The Exclusions.The Exclusions have been modified for consistency: they note, as appropriate, that they do not limit the Covered Risks. For example, the police power exclusion (Exclusion 1) does not limit the coverage of the Covered Risks relating to subdivision, building permit, zoning, and supplemental taxes. Exclusion 2 states that the policy does not provide insurance as to building codes, except if a notice of violation appears in the Public Records on Policy Date. The policy does not include a creditors' rights exclusion.



The Conditions. The policy provides "gap coverage" by its definition in paragraph 1.f. of the Conditions: "f. Policy Date - the date and time shown in Schedule A. If the insured named in Schedule A first acquires the interest shown in Schedule A by an instrument recorded in the Public Records later than the date and time shown in Schedule A, the Policy Date is the date and time the instrument is recorded."



The policy expands the Continuation of Coverage provisions to insure a spouse who receives the insured's title because of dissolution of the marriage, the trustee or successor trustee of a Trust to whom the insured transfers title, and the beneficiaries of the insured's Trust upon the insured's death.



Like the ALTA Residential Title Insurance Policy, this policy agrees to pay rent for a reasonably equivalent substitute residence until the claim is satisfied, if the insured cannot use the land because of a covered claim. The policy expands coverage (to be analogous to coverage as to additional costs included in leasehold policies) to include payment of reasonable relocation costs.



The policy provides that the Policy Amount will increase by 10% of the Policy Amount shown in Schedule A for each of the first five years after the policy date, up to 150% of the policy amount shown in Schedule A.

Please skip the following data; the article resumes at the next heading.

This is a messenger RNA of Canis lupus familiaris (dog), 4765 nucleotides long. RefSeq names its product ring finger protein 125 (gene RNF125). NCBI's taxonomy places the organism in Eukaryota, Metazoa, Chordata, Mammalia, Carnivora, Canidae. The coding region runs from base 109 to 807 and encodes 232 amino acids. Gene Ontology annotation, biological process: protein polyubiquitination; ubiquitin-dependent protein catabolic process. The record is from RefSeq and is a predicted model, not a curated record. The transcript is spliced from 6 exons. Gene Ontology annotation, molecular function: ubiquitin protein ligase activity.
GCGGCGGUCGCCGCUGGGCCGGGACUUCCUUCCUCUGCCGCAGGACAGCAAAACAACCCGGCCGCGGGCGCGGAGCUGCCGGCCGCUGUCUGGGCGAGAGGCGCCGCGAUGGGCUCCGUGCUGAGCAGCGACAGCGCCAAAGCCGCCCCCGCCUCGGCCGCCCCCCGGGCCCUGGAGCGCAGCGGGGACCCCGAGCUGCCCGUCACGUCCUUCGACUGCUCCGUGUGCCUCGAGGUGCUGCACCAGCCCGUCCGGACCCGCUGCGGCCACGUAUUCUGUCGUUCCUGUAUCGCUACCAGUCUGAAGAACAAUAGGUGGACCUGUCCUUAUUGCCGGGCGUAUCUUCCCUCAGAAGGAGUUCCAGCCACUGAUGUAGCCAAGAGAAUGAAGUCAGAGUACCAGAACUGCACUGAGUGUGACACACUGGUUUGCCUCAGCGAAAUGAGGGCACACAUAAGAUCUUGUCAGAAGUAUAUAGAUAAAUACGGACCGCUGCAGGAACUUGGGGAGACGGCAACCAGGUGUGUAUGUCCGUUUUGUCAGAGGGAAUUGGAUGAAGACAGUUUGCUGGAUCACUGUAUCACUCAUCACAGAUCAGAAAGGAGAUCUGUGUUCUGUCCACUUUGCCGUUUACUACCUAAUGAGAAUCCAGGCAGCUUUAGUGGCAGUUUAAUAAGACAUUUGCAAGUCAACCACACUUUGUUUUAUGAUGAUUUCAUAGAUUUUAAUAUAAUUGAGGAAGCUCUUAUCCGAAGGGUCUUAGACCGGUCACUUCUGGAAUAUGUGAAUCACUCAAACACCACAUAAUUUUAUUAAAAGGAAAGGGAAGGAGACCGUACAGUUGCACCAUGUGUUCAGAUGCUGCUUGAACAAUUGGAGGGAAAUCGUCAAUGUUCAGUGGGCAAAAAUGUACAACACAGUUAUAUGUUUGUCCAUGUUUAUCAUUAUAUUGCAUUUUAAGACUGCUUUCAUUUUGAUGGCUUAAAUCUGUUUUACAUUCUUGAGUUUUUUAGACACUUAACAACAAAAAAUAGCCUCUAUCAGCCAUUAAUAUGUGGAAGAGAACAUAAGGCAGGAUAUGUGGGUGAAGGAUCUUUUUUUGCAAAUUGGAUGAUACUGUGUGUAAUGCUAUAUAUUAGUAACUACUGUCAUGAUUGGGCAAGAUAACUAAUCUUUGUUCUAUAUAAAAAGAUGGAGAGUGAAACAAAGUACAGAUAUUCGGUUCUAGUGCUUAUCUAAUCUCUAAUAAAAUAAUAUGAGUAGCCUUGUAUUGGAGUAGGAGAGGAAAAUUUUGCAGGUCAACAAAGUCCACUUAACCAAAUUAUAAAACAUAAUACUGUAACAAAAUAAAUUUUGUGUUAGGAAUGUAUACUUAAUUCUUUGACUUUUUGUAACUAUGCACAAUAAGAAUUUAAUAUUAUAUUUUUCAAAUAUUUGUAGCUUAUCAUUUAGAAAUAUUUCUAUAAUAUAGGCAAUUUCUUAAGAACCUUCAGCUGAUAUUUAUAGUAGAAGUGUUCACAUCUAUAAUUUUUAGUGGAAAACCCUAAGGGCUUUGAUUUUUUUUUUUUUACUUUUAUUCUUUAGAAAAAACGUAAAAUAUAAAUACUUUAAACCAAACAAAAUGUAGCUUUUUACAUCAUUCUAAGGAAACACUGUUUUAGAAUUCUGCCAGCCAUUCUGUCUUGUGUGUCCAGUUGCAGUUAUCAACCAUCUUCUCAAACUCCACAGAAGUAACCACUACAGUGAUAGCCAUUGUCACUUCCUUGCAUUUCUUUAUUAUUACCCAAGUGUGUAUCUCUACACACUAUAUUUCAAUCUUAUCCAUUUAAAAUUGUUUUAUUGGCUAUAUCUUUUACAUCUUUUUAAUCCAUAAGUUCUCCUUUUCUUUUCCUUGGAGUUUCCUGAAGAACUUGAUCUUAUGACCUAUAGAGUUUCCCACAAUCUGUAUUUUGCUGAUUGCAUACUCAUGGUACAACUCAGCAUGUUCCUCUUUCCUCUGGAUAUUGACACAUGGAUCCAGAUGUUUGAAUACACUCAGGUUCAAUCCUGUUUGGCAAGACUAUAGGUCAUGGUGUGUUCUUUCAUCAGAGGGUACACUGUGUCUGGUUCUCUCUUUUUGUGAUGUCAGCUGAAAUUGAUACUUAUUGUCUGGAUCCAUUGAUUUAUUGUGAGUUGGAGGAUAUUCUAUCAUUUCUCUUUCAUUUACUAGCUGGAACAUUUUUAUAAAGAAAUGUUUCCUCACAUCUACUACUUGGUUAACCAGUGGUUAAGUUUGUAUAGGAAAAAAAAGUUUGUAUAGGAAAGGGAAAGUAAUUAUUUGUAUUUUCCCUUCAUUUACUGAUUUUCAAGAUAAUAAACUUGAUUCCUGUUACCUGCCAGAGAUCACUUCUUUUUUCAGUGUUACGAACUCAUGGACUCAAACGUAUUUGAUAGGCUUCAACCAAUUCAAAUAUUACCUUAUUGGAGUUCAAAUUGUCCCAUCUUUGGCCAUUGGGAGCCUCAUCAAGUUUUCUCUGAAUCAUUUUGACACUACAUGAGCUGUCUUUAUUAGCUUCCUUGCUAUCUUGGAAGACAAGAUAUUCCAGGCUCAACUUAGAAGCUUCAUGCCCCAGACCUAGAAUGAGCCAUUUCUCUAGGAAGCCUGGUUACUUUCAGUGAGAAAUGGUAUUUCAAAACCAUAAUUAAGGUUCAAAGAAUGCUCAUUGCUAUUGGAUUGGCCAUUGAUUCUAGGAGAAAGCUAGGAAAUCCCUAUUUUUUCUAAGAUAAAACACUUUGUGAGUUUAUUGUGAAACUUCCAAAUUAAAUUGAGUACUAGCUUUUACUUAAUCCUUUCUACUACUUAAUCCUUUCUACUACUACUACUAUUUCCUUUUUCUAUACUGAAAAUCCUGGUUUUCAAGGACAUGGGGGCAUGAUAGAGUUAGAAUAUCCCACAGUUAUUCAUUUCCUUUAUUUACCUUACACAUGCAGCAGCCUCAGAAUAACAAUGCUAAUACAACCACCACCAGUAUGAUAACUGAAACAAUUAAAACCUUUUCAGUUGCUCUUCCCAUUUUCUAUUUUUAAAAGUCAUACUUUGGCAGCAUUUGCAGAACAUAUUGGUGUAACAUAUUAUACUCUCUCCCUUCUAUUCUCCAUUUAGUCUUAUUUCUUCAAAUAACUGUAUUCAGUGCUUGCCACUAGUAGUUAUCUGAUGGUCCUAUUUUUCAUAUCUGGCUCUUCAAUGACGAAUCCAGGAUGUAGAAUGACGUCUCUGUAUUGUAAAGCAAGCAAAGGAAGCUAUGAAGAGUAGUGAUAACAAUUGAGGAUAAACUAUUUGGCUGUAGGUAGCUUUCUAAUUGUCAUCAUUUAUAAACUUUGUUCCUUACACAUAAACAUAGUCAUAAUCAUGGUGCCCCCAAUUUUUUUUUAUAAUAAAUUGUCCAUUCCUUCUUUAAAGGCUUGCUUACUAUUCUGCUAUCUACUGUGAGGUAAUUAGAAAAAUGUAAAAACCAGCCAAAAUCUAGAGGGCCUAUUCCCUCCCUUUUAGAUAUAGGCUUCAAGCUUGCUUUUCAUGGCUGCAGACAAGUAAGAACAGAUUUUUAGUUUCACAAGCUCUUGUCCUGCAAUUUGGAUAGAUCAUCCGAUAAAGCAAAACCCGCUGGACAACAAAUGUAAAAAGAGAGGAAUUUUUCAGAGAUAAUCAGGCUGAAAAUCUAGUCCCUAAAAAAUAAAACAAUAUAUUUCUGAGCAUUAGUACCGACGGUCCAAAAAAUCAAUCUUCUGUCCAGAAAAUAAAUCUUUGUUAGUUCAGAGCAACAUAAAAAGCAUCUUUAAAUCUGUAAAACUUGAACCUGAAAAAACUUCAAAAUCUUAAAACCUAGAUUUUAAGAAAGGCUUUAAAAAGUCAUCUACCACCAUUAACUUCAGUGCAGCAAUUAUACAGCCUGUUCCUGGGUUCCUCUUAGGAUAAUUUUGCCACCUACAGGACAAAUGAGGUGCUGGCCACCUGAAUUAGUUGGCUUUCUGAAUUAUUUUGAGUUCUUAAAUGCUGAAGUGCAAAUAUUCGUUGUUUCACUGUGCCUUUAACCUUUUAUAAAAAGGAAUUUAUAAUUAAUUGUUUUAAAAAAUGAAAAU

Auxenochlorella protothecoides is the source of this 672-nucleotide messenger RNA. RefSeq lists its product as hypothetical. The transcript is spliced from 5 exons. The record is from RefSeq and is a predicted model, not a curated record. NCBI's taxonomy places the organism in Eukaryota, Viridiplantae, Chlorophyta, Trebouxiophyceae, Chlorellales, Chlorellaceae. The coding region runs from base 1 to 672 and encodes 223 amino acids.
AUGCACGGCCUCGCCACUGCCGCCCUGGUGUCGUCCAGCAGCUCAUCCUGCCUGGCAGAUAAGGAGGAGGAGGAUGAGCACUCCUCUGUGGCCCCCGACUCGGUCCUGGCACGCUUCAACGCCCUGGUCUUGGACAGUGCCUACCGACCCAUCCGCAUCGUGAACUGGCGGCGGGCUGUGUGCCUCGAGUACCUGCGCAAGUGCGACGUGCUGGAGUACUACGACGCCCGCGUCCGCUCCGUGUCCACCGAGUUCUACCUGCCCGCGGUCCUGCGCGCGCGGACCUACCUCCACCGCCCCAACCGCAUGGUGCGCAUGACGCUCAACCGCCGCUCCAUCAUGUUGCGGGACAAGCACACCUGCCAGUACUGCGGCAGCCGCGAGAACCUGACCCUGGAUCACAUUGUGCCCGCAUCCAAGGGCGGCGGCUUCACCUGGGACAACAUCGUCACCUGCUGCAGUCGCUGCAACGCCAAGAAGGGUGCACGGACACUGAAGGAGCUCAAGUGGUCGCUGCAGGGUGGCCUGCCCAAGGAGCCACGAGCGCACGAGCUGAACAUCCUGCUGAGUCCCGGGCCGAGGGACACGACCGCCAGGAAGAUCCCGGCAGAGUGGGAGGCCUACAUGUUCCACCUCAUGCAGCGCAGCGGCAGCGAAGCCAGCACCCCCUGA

The policy includes an arbitration clause.



Underwriting Practices.The title insurance agent should consult with its underwriter for any guidelines concerning the Homeowner's Policy of Title Insurance. Those guidelines may address (or in some cases simply agree to assume the risk) whether a survey or inspection is needed, whether an affidavit and/or review of a seller's disclosure should be reviewed or required, what to do if there is a second residence on the land, what to do if there was a recent addition or remodeling, what platting requirements must be met, consideration of recent lienable improvements, consideration of taxes and supplemental assessments, consideration of homeowners' association certificates, consideration of actual access, and verification of the address.



The title insurance agent also should consult with its underwriter as to whether to disclose the availability of this policy if the lender will secure a Loan Policy. Many states require by regulation or statute that the title company disclose the availability of an owner's policy if a Loan Policy will be issued on a purchase money loan for the purchase of residential property. See, Virginia Code Section 38.2-4616.



Definition of Title Insurance.The Covered Risks comply with the definition of title insurance in most, if not all, states.



For example, Section 21.66.480(6) of the Alaska Statutes states that " 'title insurance' means insuring, guaranteeing, or indemnifying owners of real or personal property or the holders or encumbrances on it or others interested therein against loss or damage suffered by reason of (A) liens, encumbrances upon, defects in, or unmarketability of the title to the property; or (B) the invalidity or unenforceability of liens or encumbrances on the property."



Virginia Code Section 38.2-123 provides that " 'Title insurance' means insurance against loss by reason of liens or encumbrances upon property, defects in the title to property, and other matters affecting the title to property or the right to the use and enjoyment of property. 'Title insurance' includes insurance of the condition of the title to property and the status of any lien on property."



Such definition is broad enough to include any of the post-policy coverages in the ALTA Homeowner's Policy of Title Insurance. Post-policy coverages are already available in some endorsements and can be considered as provided by the mechanics' lien coverage of the Loan Policy. The coverages as to subdivision laws and ordinances and zoning are given in most states and are construed as title insurance. The coverage as to building permits should be considered as analogous to zoning coverage and as permissible.


By James L. Gosdin, Copyright reserved